National Assembly President Prince Norodom Ranariddh escalated his assault on the opposition party with threats of yet another lawsuit on Monday and issued a letter with Prime Minister Hun Sen refusing to restore immunity to the three opposition parliamentarians stripped of protection this month.
Prince Ranariddh, who is Funcinpec president, told reporters at the Assembly on Monday that his party will file a new defamation suit against opposition leader Sam Rainsy for calling Funcinpec a “parasite party.”
Funcinpec already has lawsuits pending against Sam Rainsy and his fellow opposition lawmaker Chea Poch for accusing Prince Ranariddh of taking bribes.
“I will not drop the lawsuit, but I will [file] another lawsuit,” Prince Ranariddh said.
He also lambasted Sam Rainsy for fleeing the country after the Assembly voted to strip him, Chea Poch and parliamentarian Cheam Channy of their immunity on Feb 3.
Sam Rainsy and Chea Poch are currently in self-imposed exile in the US, lobbying for Western donors to help them return to parliament, while Cheam Channy is being detained by the Military Court on allegations of organizing a so-called illegal armed force.
“[Sam Rainsy] created the problem and fled the country,” Prince Ranariddh said. “He defamed me in front of the whole world, [and] as a lawmaker, he has asked foreign countries to pressure us.”
“How cheap a Cambodian,” the prince added.
In a joint letter addressed to retired King Norodom Sihanouk, dated Friday, Prince Ranariddh and Hun Sen said they would not back down on their legal battles with the opposition party.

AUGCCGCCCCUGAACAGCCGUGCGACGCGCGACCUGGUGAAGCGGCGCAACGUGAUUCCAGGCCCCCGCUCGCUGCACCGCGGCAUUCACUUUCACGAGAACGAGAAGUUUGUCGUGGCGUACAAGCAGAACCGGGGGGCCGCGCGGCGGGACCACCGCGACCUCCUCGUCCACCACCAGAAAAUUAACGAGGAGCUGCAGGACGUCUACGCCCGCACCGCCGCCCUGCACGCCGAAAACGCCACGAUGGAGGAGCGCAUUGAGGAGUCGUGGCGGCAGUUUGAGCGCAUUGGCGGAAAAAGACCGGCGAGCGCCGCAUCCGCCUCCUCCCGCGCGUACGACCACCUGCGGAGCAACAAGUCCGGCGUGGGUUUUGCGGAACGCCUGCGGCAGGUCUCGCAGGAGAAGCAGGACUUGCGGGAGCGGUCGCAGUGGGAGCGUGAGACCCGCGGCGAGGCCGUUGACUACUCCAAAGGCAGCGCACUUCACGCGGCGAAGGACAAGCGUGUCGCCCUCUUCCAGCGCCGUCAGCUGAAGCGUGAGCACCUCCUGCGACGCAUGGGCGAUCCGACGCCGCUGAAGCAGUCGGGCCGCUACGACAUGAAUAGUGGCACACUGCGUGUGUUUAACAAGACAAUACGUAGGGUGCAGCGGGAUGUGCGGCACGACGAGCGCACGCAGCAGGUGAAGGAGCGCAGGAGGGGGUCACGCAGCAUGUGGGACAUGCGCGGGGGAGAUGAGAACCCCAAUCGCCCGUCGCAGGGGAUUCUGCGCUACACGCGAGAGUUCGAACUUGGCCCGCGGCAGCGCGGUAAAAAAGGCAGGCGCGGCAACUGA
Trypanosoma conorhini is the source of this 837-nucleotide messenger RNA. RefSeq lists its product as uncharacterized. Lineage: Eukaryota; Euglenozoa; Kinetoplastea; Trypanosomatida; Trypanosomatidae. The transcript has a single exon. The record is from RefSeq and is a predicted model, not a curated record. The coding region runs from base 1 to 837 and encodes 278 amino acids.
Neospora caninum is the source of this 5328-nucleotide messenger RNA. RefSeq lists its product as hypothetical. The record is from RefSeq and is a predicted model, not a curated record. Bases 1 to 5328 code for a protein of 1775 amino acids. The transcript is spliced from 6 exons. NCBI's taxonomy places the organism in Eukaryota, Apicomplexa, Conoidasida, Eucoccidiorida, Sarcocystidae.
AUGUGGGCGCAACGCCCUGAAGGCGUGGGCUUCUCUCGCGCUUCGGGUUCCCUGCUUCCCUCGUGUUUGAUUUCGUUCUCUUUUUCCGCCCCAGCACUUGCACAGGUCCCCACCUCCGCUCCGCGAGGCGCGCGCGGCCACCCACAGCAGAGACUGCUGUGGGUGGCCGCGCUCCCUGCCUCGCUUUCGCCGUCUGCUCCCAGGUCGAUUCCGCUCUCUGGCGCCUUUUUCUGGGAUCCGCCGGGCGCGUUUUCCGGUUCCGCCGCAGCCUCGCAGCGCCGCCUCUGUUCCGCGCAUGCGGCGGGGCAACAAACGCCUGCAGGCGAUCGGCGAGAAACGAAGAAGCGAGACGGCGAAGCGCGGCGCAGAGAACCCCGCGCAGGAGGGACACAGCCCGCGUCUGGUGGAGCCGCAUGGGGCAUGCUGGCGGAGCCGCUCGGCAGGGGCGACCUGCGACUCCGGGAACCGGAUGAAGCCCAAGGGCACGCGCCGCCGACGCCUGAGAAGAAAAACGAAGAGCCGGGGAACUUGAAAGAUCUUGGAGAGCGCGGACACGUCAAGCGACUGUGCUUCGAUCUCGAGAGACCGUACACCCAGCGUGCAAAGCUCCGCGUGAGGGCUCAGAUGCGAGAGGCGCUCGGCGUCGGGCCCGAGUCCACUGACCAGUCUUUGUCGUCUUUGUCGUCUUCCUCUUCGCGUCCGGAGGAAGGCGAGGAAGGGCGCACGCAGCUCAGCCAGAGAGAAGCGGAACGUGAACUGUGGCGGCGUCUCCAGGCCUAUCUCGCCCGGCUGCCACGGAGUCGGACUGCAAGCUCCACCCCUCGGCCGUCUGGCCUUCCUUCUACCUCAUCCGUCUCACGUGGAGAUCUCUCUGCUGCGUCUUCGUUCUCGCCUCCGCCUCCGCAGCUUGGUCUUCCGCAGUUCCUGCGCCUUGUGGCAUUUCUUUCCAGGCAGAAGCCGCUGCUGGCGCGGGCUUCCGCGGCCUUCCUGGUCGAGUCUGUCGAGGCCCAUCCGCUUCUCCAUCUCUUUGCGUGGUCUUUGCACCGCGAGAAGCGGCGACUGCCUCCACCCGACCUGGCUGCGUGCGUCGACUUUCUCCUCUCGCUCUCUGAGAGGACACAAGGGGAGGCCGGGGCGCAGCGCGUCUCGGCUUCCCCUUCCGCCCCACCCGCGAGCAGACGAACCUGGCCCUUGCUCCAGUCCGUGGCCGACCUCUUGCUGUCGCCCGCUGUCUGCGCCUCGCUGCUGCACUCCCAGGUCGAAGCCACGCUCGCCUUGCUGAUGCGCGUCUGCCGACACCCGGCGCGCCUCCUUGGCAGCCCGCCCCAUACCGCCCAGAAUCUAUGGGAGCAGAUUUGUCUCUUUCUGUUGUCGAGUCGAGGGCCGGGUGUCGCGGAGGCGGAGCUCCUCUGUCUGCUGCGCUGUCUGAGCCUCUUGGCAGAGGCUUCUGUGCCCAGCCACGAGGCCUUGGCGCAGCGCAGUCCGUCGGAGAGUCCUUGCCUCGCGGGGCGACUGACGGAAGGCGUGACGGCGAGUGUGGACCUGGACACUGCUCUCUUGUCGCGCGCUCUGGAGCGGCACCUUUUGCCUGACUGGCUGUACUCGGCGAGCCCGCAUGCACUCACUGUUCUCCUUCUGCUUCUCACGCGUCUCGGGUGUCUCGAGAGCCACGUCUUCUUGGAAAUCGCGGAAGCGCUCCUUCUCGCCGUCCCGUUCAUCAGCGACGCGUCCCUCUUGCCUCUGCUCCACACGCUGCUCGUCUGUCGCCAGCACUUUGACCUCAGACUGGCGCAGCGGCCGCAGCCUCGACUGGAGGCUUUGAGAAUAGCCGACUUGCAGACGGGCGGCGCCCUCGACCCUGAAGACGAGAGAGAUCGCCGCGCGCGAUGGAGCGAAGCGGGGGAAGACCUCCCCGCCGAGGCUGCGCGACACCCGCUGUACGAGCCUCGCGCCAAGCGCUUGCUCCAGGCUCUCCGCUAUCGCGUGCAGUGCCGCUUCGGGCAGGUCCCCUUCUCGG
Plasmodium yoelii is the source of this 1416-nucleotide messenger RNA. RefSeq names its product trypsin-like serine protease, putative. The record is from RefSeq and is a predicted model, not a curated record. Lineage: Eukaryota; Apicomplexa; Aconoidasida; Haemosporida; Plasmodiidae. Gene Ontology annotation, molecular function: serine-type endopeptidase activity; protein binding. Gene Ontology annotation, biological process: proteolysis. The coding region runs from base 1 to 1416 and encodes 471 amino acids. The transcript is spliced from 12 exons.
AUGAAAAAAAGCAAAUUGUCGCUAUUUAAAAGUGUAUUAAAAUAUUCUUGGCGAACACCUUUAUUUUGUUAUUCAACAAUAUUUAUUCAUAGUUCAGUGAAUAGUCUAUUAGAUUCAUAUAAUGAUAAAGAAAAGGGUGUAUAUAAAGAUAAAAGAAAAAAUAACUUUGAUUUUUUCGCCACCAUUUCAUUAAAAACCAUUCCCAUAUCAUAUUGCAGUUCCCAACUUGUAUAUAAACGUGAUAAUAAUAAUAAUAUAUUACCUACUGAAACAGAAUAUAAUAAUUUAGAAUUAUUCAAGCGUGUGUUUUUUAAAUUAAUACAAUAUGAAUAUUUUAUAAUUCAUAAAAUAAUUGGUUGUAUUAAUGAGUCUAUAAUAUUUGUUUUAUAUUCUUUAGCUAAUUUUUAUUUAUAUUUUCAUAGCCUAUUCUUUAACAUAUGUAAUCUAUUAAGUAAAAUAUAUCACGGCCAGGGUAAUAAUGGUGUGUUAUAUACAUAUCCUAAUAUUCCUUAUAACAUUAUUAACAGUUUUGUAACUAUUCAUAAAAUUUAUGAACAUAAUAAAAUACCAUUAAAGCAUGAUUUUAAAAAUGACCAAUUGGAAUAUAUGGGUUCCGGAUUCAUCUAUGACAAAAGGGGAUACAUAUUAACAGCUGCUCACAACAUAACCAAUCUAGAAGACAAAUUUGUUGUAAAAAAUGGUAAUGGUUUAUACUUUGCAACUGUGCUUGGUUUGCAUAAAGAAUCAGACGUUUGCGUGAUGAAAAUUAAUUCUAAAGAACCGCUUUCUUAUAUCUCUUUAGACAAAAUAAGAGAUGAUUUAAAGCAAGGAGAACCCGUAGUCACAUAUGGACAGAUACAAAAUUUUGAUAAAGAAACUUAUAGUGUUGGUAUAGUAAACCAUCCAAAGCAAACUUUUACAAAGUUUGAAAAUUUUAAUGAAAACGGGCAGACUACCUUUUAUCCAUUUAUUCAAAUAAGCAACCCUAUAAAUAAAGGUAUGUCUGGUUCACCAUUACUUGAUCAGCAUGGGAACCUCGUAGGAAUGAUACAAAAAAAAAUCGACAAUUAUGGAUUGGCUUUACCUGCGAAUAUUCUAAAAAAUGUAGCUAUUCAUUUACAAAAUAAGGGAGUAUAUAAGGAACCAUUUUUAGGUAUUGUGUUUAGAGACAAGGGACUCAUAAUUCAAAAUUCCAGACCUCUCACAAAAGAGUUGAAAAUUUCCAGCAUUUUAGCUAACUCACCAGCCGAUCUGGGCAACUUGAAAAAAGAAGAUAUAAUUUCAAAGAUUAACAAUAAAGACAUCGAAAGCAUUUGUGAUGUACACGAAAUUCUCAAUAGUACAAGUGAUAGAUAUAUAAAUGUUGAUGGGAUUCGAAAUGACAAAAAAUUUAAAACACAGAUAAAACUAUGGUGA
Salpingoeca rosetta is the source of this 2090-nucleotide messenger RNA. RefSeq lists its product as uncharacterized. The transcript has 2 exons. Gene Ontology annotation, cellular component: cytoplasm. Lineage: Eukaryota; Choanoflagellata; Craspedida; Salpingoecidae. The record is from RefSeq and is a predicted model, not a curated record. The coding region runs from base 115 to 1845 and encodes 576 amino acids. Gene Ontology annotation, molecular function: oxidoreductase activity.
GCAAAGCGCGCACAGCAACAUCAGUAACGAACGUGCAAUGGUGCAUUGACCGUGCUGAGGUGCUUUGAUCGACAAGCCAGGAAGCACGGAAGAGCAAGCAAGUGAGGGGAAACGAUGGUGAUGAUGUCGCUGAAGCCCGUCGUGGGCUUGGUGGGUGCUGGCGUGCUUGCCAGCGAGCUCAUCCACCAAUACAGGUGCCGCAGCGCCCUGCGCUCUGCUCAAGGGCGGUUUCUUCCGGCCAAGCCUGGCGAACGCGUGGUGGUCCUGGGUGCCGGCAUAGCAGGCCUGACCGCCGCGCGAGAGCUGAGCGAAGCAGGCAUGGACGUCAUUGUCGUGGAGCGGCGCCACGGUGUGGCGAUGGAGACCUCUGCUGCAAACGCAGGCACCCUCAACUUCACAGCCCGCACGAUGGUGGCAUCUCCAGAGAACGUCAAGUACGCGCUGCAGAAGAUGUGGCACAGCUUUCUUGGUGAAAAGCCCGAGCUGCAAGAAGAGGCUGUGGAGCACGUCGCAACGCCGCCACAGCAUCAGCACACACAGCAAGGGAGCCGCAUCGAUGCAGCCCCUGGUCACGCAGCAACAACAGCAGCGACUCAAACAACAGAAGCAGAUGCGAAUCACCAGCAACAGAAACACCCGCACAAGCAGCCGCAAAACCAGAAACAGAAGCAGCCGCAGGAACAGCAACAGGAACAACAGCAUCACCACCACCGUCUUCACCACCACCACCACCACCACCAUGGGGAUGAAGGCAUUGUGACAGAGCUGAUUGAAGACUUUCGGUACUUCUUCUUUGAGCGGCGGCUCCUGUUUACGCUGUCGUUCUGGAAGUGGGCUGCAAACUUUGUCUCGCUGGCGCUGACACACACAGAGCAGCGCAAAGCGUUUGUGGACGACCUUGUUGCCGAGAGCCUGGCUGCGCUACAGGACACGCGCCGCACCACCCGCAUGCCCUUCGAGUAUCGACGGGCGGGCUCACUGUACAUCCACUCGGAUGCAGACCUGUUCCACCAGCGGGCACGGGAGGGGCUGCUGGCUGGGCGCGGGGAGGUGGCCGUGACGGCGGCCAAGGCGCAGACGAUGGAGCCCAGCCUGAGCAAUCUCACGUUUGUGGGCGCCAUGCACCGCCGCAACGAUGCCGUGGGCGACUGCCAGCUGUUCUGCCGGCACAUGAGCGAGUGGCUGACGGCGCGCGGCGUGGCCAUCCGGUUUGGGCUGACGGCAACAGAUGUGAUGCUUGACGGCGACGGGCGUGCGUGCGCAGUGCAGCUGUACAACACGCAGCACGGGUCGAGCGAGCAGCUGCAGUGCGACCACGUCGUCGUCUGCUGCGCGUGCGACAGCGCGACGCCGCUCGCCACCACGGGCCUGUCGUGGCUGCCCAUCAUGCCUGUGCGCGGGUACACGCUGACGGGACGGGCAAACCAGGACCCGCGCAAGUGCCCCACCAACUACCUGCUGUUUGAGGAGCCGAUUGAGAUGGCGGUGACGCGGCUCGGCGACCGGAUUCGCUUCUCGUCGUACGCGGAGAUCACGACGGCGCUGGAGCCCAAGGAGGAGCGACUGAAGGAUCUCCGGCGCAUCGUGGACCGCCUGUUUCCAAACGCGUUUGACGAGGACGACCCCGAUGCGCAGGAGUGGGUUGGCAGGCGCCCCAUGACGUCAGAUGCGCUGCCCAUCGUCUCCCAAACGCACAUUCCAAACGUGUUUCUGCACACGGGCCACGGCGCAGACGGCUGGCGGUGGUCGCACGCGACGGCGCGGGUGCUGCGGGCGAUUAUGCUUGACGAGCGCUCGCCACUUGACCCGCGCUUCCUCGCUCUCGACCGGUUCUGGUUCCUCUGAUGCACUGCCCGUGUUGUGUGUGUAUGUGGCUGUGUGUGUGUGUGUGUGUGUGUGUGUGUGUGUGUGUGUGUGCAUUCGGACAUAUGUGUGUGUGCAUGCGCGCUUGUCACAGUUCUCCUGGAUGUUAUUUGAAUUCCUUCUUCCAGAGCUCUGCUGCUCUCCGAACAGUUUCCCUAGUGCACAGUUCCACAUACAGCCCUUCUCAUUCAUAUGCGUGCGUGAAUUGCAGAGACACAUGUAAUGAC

The letter came in response to Norodom Sihanouk’s suggestion that the two pardon the three lawmakers for any perceived wrong-doing.
“To withdraw lawsuits from each other, this is very unjust…. The lawsuits are in the hands of the court,” Hun Sen and Prince Ranariddh wrote.
“Related to [the suggestion of] restoring immunity to the three lawmakers, we think that the restoration of immunity cannot be given through only the two of us,” they said, adding that such a move would be up to the courts and the Assembly to decide.
Norodom Sihanouk replied to the two leaders in a letter Saturday, saying he “respects the idea of the two Samdechs.”
On Sunday, the Sam Rainsy Party had signaled its intent to drop its own lawsuits against Prince Ranariddh and Hun Sen in the hope that their colleagues’ parliamentary immunity would be restored.
The party is charging that Prince Ranariddh was responsible for corruption in the construction of the new Assembly building and accuses Hun Sen of being behind the 1997 grenade attack on an opposition-led rally in Phnom Penh.
But following Prince Ranariddh’s threat Monday, Sam Rainsy Party Secretary-General Eng Chhay Eang said the party has reversed its decision.
“We will continue our lawsuits,” Eng Chhay Eang said, adding, “Both Prince Norodom Ranariddh and Hun Sen have never complied with the retired King’s idea.”
Ahead of his abdication last year, Norodom Sihanouk had expressed frustration over the ruling parties for rejecting his mediation in the post-July 2003 election deadlock.